Lifelong Learning


Lifespan Perspective
Recurrent Education


Learning across the lifespan

Principal Metaphors

Lifelong Learning is inattentive to descriptions of knowledge, and teaching. Metaphors from all perspectives are encountered in its literatures, with common links drawn to Cognitivism, Gestaltism, and Non-Trivial Constructivisms. That said, the following generalities seem to apply across all relevant frames:
  • Knowledge is … scope of possible actions and interpretations
  • Knowing is … functioning adequately
  • Learner is … a living human
  • Learning is … a continuous, lifelong process
  • Teaching is … N/A




The core assertion of Lifelong Learning is that learning is constant; it is present in every activity and every interaction. The perspective is typically introduced as a reaction to the notion that formal education (i.e., school and similar settings) is the main location to learn and the workplace is the main place to apply learnings. The discourse also reflects broadened learning expectations of the modern citizen, who can expect to live longer and deal with unforeseeable evolutions in technology, employment, distractions, politics, and so on. Associated discourses include:
  • Biographical Learning (Peter Alheit, 1990s) – the theory and study of the relationship between biography and one’s learning, as well as the use of one’s life history perspective in the learning process.
  • Continuous Learning – principles and practices associated with ongoing development of knowledge and skills in response to evolving circumstances. In professional contexts, Continuous Learning is sometimes used as a synonym to “professional development” or “inservice training.”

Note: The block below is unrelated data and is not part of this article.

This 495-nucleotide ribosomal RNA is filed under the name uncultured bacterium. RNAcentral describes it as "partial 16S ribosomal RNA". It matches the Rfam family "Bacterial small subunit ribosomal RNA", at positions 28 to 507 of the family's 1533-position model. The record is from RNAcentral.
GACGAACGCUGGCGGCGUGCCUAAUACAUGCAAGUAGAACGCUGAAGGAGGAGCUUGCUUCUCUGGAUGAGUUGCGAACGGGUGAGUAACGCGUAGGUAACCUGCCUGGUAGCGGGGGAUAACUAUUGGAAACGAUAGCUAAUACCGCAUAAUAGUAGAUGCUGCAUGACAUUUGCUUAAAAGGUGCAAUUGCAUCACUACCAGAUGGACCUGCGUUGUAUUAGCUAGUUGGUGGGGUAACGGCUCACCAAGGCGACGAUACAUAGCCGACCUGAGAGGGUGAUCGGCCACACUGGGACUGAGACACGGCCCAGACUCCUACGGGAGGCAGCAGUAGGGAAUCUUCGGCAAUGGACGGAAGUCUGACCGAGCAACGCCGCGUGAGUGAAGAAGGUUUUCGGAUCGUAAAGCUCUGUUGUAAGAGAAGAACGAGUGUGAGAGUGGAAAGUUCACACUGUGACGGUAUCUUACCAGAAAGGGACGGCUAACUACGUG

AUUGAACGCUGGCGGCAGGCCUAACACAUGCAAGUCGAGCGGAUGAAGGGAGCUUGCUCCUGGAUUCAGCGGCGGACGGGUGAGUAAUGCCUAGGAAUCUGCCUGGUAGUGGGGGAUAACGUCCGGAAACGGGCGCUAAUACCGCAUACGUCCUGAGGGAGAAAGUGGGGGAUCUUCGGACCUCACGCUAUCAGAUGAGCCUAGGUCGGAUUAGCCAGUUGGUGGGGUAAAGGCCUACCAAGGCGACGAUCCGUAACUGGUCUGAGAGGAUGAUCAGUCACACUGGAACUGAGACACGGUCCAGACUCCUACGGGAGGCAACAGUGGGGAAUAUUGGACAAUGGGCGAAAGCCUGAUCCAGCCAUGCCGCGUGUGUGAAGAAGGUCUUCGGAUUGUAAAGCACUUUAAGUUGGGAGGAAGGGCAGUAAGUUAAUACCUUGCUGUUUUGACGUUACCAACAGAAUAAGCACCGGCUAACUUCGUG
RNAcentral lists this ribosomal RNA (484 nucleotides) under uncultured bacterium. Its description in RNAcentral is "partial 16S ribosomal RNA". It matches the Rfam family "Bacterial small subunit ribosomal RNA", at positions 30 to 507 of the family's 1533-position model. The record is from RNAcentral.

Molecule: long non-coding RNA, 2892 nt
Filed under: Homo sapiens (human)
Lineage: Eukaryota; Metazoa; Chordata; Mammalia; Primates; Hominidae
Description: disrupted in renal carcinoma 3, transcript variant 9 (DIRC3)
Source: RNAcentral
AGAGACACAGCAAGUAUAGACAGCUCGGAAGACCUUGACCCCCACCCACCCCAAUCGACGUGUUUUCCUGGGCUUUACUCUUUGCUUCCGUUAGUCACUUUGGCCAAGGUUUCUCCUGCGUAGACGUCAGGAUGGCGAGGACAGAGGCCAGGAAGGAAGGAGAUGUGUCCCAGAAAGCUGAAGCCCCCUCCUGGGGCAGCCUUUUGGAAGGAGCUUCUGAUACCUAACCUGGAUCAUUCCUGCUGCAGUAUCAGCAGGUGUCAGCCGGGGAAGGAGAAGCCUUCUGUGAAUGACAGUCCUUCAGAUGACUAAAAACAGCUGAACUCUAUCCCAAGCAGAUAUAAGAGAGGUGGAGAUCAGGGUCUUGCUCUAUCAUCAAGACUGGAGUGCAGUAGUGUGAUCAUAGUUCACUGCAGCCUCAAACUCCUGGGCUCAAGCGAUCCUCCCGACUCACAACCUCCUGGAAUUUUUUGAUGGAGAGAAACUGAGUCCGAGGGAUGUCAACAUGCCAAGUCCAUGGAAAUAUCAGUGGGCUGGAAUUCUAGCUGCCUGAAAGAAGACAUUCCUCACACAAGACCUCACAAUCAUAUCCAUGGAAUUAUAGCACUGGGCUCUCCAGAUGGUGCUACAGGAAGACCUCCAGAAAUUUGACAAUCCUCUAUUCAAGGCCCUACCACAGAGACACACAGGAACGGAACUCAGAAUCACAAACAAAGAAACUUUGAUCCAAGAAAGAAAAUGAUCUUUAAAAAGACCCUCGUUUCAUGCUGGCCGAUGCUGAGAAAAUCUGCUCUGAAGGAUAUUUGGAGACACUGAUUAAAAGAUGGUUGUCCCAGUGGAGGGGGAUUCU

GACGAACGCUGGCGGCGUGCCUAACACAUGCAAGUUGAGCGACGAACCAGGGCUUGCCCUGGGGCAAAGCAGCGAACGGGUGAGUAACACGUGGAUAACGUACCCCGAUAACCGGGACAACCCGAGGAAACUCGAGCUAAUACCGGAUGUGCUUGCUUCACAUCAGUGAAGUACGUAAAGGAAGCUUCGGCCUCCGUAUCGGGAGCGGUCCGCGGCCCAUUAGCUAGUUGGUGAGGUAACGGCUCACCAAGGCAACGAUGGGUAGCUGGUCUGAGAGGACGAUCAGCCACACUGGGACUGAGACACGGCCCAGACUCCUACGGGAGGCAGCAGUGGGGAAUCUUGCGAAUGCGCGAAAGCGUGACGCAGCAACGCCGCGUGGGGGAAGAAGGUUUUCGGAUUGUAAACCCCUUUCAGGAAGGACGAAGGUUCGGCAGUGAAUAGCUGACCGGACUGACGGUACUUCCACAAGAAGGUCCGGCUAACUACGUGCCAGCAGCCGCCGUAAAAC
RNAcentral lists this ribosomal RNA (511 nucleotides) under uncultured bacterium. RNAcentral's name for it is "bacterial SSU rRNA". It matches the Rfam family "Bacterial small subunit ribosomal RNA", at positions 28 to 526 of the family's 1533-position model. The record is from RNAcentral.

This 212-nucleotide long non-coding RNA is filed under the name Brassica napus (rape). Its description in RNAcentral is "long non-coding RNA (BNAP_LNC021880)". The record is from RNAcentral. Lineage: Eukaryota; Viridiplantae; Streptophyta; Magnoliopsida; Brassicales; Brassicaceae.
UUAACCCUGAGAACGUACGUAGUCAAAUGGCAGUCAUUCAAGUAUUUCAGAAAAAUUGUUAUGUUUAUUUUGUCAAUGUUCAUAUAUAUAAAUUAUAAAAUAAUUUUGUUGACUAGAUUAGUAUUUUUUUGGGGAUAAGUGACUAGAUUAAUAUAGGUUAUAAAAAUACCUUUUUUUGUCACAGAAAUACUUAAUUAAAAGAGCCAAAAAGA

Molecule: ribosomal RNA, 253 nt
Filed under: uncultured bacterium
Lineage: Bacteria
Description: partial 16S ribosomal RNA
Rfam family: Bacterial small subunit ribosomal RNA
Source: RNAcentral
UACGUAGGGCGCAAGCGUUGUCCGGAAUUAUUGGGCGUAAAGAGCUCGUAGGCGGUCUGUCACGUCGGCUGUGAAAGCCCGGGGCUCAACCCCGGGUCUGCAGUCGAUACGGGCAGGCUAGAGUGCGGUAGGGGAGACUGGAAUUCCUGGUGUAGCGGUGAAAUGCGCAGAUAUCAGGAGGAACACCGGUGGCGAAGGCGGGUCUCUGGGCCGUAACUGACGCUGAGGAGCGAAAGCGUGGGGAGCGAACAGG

• Personality Development – an umbrella term used to describe and collect discourses that address processes and consequences of self-creation, including tactics of distinguishing one’s self from others’ selves, sites of collective identifications, life-altering events, and ever-evolving contexts across the lifespan. Associated discourses include:
    • Positive Adult Development (Michael Commons, 2000s) ­– a model of constructive and lifelong personal development in element that is structured around six processes: hierarchical complexity (i.e., sequenced levels), knowledge, experience, expertise, wisdom, spirituality
  • Transitional Learning (Danny Wildemeersch & Veerle Stoobants, 2000s) – focused on moments when one faces unpredictable changes in one’s life that bring new responsibilities, trigger unanticipated choices, and compel the creation of new meaning and new self-understanding
A notable category of discourses associated with Lifelong Learning includes those that focus on aging:
  • Activity Theory of Aging (Implicit Theory of Aging; Lay Theory of Aging; Normal Theory of Aging) (Bernice Neugarten, 1960s) – the hypothesis that aging processes can be slowed by deliberately maintaining a high level of social activity
  • Cognitive Aging – changes to awareness, memory, judgment, and other mental functioning that occur across the lifespan, especially in old age
  • Continuity Theory (Continuity Theory of Aging) (R.C. Athley, 1970s) – the assertion that older adults will continue with the same activities and relationships that they engaged in earlier in life, modified as necessary to accommodate evolving abilities and circumstances
  • Disengagement Theory (Disengagement Theory of Aging) (Elaine Cumming, William Earl Henry, 1960s) – the assertion that withdrawal from social engagement is a natural part of aging
  • Disuse Theory of Aging – the hypothesis that decline in mental abilities associated with aging can be attributed in large part to decreased engagement in tasks that require the sorts of reasoning and memory measured by most psychological tests
  • Gerontology (Ilya Ilyich, early 1900s) – the multidisciplinary study of aging, attentive to biological, cognitive, psychological, social, and cultural aspects of aging